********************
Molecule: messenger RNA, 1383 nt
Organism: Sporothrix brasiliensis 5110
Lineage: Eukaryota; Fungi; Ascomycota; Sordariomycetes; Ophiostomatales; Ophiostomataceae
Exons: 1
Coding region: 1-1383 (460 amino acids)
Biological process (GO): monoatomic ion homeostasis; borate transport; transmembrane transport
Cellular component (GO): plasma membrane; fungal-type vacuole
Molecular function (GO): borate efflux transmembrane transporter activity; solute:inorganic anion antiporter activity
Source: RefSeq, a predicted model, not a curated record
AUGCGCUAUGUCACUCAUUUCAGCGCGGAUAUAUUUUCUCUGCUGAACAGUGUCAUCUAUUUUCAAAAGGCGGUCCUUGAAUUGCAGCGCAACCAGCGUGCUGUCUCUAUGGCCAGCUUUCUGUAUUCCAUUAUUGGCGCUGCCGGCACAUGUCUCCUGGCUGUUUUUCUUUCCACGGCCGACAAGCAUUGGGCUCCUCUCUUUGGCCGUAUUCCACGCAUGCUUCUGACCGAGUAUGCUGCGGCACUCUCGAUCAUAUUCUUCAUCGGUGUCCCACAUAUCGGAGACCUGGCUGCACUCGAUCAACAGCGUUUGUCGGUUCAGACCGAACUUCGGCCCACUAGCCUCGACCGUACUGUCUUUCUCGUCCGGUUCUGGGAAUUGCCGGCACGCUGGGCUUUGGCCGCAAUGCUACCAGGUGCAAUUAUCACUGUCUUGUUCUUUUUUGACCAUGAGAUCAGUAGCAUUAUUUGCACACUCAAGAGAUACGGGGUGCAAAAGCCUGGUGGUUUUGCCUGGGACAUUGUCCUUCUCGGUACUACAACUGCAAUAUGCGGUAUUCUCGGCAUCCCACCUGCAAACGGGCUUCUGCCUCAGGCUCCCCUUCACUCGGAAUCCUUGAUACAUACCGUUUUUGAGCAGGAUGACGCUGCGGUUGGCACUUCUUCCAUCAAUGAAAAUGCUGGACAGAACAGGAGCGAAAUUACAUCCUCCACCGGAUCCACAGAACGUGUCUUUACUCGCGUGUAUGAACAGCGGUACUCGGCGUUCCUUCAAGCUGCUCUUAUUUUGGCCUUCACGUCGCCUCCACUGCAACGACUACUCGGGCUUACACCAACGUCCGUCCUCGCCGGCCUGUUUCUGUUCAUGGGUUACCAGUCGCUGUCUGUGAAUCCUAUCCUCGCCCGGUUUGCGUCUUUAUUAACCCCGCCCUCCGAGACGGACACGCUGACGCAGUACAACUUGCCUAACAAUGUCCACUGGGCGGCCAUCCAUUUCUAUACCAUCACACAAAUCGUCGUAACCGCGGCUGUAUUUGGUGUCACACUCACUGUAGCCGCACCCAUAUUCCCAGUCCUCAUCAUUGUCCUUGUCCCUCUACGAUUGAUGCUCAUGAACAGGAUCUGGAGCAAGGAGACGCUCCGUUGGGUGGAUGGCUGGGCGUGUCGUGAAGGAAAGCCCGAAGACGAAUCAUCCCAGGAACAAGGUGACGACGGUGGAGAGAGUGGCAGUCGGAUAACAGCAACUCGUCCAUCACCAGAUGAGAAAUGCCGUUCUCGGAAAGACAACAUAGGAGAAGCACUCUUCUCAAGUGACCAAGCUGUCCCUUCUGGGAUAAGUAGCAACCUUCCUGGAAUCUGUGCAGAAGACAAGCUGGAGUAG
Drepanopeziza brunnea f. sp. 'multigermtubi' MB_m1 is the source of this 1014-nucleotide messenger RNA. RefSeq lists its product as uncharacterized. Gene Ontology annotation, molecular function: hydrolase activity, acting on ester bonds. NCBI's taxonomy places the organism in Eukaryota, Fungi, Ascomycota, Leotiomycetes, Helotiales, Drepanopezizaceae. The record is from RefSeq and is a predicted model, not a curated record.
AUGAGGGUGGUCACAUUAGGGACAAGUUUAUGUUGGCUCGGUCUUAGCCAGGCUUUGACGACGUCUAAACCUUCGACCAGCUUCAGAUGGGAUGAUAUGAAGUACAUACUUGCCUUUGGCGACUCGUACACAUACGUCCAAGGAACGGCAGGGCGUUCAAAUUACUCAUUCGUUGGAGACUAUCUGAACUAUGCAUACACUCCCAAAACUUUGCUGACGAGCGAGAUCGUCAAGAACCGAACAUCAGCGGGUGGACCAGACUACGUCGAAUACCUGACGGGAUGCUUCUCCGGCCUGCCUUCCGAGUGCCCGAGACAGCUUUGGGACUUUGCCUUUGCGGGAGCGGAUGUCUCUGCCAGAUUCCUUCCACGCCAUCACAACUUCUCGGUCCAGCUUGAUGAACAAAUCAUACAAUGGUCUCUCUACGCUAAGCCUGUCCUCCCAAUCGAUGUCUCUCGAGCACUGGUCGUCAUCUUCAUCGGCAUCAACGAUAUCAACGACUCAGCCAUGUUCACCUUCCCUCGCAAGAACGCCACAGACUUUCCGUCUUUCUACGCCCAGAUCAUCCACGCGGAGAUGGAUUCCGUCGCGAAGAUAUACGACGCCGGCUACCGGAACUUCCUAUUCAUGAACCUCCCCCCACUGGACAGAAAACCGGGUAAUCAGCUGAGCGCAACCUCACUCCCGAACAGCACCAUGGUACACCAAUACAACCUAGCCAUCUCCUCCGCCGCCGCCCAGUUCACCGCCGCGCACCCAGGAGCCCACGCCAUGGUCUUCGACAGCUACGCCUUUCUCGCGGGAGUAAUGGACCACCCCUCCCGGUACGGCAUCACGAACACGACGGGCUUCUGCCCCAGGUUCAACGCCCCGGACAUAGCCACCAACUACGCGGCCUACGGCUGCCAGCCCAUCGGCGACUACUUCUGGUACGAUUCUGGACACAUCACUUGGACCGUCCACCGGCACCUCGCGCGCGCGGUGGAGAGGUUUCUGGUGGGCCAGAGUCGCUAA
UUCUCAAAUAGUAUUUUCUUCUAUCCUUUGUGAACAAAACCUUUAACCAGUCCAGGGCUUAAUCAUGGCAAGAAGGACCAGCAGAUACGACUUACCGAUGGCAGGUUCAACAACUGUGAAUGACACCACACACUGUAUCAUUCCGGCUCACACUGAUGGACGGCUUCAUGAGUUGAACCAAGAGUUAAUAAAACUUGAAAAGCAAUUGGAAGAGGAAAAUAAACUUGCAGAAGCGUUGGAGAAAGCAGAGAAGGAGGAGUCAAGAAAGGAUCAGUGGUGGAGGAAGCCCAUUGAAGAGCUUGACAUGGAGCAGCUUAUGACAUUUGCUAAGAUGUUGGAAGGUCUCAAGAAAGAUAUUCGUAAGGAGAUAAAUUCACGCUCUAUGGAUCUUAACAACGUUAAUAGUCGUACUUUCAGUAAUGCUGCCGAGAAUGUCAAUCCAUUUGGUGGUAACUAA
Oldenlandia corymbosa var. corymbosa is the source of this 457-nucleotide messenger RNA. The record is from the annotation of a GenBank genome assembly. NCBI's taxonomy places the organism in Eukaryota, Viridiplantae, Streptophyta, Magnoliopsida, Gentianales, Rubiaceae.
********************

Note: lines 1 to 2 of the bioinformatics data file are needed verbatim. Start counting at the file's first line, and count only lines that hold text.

Molecule: messenger RNA, 1383 nt
Organism: Sporothrix brasiliensis 5110